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and recognise the real concern that exists, not least among the families concerned but more generally about this matter. However, as the report concluded, on the basis of the current evidence, a public inquiry is not necessary. We share that view and, given the extensive investigations that have already taken place, see no public or service interest in pursuing a public inquiry. We believe that the important thing now is to move on in the sense of making sure that we properly implement the learning that comes out of the review as fully as possible to provide the best welfare that we can for our young trainees as quickly as possible.

The Lord Bishop of Worcester: My Lords, I add my condolences to those that have already been expressed. To hear the Statement and the debate cannot make any of us feel very good. I pick up the issue to which the Minister has just referred: a public inquiry. I entirely understand that Mr Blake has concluded that that would not be helpful in this particular set of tragic incidents. However, I think that there is a need for some public reflection on the recruitment of under-18s into the armed services and some public reflection on the fact that we are likely to recruit a disproportionate number of young people with very few life choices open to them. That in itself is a kind of coercion. I am not suggesting it is real coercion, but it is a kind of coercion to hold out to people the possibility of entering a career that is fundamentally an adult choice when they do not have many life choices open to them due to the factors highlighted in Mr Blake's report and in the Statement.

I suggest to the Minister that there is an urgent need to reflect publicly and openly on whether we as a society feel comfortable with the recruitment of under-18s into the armed services. If we do feel comfortable about it, we need to consider with passion as well as prudence how we protect particularly those who may have had very few life choices and who have therefore found themselves in a situation the demands of which they may not have fully understood.

Lord Drayson: My Lords, I am grateful to the right reverend Prelate for making those points. I am particularly grateful for his point about the need for reflection. We absolutely agree, which is why we believe in taking the time to reflect fully on the recommendations made by Blake, properly thinking through the conclusions following that reflection, which will be in the form of a public discussion, and ensuring that implementation following that reflection is full and thorough.

I should also stress that in considering, as we should, the concerns that have been expressed about the welfare of young people and the points made about life choices, we should not forget the tremendous job done by the services, and by the British Army in particular, in the 12 weeks from joining the Army to the completion of phase 1 basic training, and the transformation in these young people. Anyone who has experienced a passing-out parade will see the miracle that can happen. Thousands of young people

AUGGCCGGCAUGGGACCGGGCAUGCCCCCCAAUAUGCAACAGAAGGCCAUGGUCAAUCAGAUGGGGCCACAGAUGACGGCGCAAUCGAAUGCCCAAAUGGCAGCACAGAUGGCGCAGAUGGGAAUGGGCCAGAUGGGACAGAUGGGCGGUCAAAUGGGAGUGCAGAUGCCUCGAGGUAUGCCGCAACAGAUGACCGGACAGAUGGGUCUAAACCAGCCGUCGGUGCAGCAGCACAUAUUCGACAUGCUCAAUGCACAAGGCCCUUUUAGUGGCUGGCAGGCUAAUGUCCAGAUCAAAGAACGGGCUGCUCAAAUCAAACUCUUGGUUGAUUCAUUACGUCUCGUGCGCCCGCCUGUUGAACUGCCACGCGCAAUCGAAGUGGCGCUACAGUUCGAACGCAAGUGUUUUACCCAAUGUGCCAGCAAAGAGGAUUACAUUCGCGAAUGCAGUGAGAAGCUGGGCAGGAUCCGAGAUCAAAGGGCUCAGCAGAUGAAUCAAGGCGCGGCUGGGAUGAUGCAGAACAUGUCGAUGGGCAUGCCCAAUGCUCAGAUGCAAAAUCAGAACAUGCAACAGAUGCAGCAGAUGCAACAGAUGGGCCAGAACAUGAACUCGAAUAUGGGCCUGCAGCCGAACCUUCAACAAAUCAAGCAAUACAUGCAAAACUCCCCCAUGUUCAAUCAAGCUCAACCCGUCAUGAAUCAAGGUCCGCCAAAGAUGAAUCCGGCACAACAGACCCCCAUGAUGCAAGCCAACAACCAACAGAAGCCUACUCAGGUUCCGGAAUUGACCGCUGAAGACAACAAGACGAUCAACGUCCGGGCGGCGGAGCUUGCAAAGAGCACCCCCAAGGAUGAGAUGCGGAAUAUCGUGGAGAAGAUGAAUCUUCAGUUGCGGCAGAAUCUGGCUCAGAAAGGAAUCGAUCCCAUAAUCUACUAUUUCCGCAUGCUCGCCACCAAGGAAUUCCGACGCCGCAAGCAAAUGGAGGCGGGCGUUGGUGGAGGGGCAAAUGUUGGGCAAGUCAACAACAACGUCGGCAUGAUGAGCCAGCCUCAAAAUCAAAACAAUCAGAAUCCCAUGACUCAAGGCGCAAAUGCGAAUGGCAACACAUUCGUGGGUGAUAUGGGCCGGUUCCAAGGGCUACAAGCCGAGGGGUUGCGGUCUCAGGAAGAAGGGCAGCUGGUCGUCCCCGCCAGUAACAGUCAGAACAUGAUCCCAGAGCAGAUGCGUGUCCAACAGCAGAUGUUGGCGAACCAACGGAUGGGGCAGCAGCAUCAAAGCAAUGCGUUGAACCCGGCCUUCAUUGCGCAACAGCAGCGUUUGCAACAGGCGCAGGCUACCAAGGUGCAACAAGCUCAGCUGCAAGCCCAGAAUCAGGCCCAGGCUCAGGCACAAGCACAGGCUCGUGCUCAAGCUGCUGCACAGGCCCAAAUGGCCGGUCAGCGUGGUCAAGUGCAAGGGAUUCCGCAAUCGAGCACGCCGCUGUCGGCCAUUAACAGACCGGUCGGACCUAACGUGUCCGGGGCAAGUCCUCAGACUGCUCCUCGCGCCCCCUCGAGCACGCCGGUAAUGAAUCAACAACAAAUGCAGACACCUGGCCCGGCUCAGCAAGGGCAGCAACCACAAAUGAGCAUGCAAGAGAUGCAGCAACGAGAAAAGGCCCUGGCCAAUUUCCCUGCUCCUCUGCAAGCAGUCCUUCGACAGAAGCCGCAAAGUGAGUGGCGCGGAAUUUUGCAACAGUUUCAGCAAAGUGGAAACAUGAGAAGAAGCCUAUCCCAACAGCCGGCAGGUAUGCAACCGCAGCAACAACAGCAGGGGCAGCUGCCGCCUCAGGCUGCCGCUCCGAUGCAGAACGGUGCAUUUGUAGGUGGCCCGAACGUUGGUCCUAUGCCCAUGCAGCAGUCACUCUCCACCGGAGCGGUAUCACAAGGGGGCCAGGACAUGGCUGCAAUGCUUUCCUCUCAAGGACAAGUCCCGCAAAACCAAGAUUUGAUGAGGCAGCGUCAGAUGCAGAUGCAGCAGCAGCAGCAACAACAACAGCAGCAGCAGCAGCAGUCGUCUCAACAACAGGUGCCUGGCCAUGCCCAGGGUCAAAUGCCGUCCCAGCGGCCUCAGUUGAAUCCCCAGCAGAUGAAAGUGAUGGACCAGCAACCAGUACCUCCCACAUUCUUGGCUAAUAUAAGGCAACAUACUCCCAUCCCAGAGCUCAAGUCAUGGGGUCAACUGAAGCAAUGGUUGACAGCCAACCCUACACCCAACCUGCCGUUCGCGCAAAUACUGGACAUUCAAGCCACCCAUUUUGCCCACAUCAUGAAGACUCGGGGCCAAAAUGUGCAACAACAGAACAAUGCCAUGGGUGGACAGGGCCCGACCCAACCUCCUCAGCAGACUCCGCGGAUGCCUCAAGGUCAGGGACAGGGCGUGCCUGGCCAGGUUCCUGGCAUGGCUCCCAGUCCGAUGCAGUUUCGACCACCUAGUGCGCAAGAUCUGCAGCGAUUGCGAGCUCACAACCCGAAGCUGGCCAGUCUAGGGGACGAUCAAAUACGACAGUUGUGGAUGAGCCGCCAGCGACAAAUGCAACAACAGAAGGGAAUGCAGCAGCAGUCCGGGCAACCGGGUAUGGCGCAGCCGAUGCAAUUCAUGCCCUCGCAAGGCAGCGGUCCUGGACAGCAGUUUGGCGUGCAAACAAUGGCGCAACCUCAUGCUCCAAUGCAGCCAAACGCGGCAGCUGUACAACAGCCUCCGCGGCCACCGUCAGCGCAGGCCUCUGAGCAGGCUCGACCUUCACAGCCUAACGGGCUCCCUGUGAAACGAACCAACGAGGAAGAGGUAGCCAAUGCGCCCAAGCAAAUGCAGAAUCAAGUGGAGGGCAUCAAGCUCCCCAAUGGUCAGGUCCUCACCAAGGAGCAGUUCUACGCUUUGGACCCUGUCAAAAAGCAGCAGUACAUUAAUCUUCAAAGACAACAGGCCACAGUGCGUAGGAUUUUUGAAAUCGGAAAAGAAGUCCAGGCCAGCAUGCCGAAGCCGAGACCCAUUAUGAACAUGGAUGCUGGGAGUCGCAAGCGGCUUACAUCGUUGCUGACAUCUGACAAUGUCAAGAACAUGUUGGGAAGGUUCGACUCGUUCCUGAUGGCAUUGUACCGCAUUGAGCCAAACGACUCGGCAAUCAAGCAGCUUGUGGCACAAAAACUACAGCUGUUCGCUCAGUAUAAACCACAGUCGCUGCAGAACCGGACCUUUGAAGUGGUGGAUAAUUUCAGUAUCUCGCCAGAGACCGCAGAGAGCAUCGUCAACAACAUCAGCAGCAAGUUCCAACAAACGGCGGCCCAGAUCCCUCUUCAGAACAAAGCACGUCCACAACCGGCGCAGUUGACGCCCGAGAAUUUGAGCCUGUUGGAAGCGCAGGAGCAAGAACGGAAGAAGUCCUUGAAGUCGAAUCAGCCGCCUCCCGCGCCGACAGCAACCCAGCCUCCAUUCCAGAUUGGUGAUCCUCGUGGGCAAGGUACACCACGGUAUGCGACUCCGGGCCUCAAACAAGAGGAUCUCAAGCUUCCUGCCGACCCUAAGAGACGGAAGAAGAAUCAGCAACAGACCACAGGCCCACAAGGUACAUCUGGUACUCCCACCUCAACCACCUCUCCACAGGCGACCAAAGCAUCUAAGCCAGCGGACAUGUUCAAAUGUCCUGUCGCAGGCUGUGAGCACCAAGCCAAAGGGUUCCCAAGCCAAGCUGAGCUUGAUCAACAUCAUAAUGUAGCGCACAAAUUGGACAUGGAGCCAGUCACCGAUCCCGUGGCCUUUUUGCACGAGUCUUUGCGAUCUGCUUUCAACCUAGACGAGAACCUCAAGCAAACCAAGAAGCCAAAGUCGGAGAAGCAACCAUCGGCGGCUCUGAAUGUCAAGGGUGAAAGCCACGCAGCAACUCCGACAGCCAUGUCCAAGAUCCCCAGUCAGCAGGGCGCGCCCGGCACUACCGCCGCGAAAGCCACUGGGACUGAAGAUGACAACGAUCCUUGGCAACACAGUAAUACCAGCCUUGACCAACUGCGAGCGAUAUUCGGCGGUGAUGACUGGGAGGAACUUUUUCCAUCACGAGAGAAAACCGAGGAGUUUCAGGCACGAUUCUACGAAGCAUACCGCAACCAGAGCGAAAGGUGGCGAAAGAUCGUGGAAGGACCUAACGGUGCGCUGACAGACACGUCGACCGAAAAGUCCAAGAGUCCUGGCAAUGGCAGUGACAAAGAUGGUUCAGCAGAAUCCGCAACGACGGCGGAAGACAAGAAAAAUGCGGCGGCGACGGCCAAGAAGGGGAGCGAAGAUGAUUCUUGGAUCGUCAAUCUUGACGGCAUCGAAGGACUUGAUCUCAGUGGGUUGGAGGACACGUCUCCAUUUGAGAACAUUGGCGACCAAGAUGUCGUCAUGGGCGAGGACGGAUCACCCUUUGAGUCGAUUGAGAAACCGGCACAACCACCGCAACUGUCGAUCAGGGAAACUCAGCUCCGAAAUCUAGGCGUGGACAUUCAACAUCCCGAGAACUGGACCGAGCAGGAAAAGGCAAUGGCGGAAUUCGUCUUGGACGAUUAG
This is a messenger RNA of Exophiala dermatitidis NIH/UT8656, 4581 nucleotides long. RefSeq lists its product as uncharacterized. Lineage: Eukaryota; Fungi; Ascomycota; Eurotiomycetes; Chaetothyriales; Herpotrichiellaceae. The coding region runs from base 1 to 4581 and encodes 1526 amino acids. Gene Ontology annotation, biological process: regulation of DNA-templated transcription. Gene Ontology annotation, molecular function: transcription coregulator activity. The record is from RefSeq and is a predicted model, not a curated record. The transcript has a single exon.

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who pass safely through the hands of the Army go on to make a tremendous contribution to us—their country. It can make a positive change to their lives—a real change for the better. We should not lose sight of that in our proper concern for the lessons that need to be learnt when things go wrong, as they clearly have in these cases.

Lord Biffen: My Lords, I accept at once the Minister's advice that we should have a measured debate about the Blake review, but may I echo deferentially the points that were made so powerfully by the noble and gallant Lord, Lord Bramall? Whatever institutional changes will be proposed and whatever institutional arrangements, which have been very unsatisfactory in the past, are made, if, as the Minister said, there was a culture of bullying and harassment—a disturbing catalogue—that must have been known to the officer class, which has the responsibility. Unless and until that can be remedied, so much else is bound to be subject to some anxiety, because that is the heart of the great difficulty. There now needs to be a very serious reconsideration of the relationship between officers and their men.

Lord Drayson: My Lords, it is important to stress that what we have seen of the conclusions of the Blake review does not indicate that harassment and bullying have been widespread in the way the noble Lord describes, but there have been cases of harassment and bullying, which have been described. We need to reinforce the efforts that we have been making and will continue to make to root this out of the British Armed Forces. As the noble and gallant Lord has said, this has never been acceptable in the British Armed Forces. It is not acceptable today. Clearly we have to work much harder to ensure that it is rooted out.